A porous disk just indicates that the solutions are in the same container and allows the two solutions to exchange ions. The function of the porous disk is the same as a salt bridge between two beakers.
by Chem_Mod
Mon Feb 25, 2019 4:04 pm
Forum: Galvanic/Voltaic Cells, Calculating Standard Cell Potentials, Cell Diagrams
Topic: Galvanic Cells [ENDORSED]
Replies: 1
Views: 26

Re: Galvanic Cells [ENDORSED]

No, galvanic cells involve a chemical change, so the anode or cathode will always change somehow.
by Chem_Mod
Mon Feb 25, 2019 4:03 pm
Forum: Galvanic/Voltaic Cells, Calculating Standard Cell Potentials, Cell Diagrams
Topic: Galvanic cells [ENDORSED]
Replies: 1
Views: 28

Re: Galvanic cells [ENDORSED]

Galvanic cells are used to create electric potentials for a variety of uses. Batteries are galvanic cells, so they are actually an extremely common form of chemistry in the real world.
by Chem_Mod
Mon Feb 25, 2019 4:02 pm
Forum: Galvanic/Voltaic Cells, Calculating Standard Cell Potentials, Cell Diagrams
Topic: 6th Ed. 14.23 [ENDORSED]
Replies: 2
Views: 44

Re: 6th Ed. 14.23 [ENDORSED]

Hg(l) is a pure conductor
by Chem_Mod
Mon Feb 25, 2019 3:57 pm
Forum: Galvanic/Voltaic Cells, Calculating Standard Cell Potentials, Cell Diagrams
Topic: 7th 6L.7 / 6th #15 [ENDORSED]
Replies: 1
Views: 45

Re: 7th 6L.7 / 6th #15 [ENDORSED]

You need to come up with two half reactions that sum to the overall reaction. The best way might be to choose one species from the reaction and write down a reduction reaction that includes it. Then subtract (reverse and add) this reduction reaction from the original reaction to get the correspondin...
by Chem_Mod
Mon Feb 25, 2019 3:41 pm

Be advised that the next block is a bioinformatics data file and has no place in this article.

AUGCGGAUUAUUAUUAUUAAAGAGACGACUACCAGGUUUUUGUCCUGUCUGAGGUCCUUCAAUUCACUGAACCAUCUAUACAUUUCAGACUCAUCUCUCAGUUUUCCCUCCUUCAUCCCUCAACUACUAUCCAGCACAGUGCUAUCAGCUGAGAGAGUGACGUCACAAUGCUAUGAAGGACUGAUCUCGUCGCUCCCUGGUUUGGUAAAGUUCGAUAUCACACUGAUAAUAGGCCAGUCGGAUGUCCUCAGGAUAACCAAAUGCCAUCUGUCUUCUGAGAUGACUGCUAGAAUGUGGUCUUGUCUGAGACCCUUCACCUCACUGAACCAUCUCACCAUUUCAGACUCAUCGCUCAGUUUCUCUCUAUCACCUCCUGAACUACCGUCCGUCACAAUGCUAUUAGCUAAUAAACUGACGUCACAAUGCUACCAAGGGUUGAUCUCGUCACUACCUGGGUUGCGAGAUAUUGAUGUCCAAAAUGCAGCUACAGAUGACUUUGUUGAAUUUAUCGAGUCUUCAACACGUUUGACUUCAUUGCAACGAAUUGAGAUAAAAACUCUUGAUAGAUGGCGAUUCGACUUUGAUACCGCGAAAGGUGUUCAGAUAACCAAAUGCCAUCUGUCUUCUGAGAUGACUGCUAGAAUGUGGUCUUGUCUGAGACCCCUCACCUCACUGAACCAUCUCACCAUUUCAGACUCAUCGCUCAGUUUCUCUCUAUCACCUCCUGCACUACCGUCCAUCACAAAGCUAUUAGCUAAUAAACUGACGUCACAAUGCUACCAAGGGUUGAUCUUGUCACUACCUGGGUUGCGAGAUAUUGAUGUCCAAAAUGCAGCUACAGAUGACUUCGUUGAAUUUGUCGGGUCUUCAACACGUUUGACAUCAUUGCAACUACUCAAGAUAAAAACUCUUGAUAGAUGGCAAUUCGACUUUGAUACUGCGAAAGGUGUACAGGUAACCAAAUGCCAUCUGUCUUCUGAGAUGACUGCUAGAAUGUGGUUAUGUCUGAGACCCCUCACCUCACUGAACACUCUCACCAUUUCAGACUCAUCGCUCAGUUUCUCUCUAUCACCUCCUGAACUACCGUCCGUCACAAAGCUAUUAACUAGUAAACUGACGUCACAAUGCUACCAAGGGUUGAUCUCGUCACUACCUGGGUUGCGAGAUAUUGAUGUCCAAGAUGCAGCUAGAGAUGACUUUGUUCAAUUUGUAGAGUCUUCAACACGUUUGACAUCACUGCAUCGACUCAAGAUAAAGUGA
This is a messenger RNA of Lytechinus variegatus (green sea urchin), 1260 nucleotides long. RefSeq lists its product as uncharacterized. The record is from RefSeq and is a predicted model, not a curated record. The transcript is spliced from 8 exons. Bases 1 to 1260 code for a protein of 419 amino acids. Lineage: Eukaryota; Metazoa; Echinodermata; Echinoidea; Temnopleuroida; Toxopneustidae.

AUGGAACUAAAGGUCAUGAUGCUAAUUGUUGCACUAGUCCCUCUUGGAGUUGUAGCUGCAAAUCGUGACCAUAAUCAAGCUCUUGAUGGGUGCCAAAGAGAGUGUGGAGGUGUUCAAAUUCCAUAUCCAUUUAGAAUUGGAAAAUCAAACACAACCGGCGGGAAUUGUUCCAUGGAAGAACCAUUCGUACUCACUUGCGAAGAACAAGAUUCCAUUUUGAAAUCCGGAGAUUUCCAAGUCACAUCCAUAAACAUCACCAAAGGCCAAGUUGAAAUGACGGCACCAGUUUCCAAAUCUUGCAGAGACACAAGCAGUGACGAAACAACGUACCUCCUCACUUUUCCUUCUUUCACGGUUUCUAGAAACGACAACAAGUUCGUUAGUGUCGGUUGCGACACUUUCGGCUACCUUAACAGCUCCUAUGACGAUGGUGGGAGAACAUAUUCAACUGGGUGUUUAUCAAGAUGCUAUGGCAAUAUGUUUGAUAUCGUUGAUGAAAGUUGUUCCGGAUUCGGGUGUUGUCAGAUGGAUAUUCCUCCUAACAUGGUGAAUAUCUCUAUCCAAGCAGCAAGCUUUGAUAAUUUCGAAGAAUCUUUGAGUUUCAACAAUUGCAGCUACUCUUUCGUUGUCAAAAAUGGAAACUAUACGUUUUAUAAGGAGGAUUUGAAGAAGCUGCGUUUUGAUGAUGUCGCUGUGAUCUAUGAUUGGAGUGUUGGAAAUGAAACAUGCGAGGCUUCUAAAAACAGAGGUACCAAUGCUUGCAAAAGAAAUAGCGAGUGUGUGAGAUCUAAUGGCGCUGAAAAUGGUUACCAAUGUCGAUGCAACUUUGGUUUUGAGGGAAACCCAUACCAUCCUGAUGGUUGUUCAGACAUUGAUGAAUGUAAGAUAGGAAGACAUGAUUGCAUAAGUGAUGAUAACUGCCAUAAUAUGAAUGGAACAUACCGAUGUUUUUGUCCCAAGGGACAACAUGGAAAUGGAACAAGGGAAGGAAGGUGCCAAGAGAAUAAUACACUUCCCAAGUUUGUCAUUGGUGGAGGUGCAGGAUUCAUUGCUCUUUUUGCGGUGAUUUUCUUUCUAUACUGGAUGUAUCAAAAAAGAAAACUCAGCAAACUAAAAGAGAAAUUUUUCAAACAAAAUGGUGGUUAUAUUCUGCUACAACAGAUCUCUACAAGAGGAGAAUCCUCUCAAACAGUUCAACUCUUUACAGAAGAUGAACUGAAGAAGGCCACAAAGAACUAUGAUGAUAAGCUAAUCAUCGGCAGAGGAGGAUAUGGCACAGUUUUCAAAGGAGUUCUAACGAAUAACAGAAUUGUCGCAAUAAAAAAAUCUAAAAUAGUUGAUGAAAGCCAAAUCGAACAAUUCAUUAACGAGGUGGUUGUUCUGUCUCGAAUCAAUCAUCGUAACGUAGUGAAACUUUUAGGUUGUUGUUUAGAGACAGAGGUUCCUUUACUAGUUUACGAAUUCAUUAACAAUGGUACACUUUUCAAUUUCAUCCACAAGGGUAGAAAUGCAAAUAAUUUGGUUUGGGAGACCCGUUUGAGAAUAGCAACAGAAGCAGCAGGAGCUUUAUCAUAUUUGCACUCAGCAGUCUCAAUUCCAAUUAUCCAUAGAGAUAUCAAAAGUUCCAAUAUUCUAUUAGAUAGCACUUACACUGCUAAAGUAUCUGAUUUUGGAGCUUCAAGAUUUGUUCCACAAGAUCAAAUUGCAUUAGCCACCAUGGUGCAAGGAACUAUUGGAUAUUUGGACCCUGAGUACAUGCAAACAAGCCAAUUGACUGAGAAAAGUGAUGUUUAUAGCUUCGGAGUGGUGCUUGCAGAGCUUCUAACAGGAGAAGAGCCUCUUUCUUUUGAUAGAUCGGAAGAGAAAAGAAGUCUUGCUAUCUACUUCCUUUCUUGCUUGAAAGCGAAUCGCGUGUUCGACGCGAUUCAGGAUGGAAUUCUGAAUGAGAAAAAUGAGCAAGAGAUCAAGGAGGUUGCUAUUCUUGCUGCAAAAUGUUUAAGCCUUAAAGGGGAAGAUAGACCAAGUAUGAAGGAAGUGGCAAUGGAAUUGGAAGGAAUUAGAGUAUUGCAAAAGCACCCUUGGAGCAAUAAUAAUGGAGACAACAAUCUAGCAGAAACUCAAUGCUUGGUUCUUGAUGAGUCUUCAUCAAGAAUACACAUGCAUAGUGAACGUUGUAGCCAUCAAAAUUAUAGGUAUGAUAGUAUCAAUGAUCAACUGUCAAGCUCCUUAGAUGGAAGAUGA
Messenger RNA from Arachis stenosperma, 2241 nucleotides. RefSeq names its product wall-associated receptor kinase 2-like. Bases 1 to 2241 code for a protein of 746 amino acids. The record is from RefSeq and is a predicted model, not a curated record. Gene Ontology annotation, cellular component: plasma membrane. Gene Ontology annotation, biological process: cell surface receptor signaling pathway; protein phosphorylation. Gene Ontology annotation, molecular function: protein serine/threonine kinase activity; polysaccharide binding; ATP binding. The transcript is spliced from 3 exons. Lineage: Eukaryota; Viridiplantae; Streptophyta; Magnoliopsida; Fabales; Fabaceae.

Forum: Applying Le Chatelier's Principle to Changes in Chemical & Physical Conditions
Topic: Maxwell Boltzmann Distribution Curve [ENDORSED]
Replies: 1
Views: 35

Re: Maxwell Boltzmann Distribution Curve [ENDORSED]

It is graphically represented in a plot of speed vs. probability (or fraction).
by Chem_Mod
Mon Feb 25, 2019 3:32 pm
Forum: Galvanic/Voltaic Cells, Calculating Standard Cell Potentials, Cell Diagrams
Topic: 6th edition page 578 [ENDORSED]
Replies: 1
Views: 27

Re: 6th edition page 578 [ENDORSED]

Zn 2+ (aq) is actually not reduced, it is formed from the oxidation of Zn(s). However, when we measure the standard reduction potential, we assume the species is being reduced by the standard hydrogen electrode and write the reduction reaction on paper. When we report the standard reduction potentia...
by Chem_Mod
Mon Feb 25, 2019 3:12 pm
Forum: Galvanic/Voltaic Cells, Calculating Standard Cell Potentials, Cell Diagrams
Topic: I2 (s)
Replies: 1
Views: 29

Re: I2 (s)

It will produce electricity if you include it in an aqueous half-cell and couple it to another half-reaction with a higher reduction potential. If you meant why won't it conduct electricity, it's because it is not a metallic solid.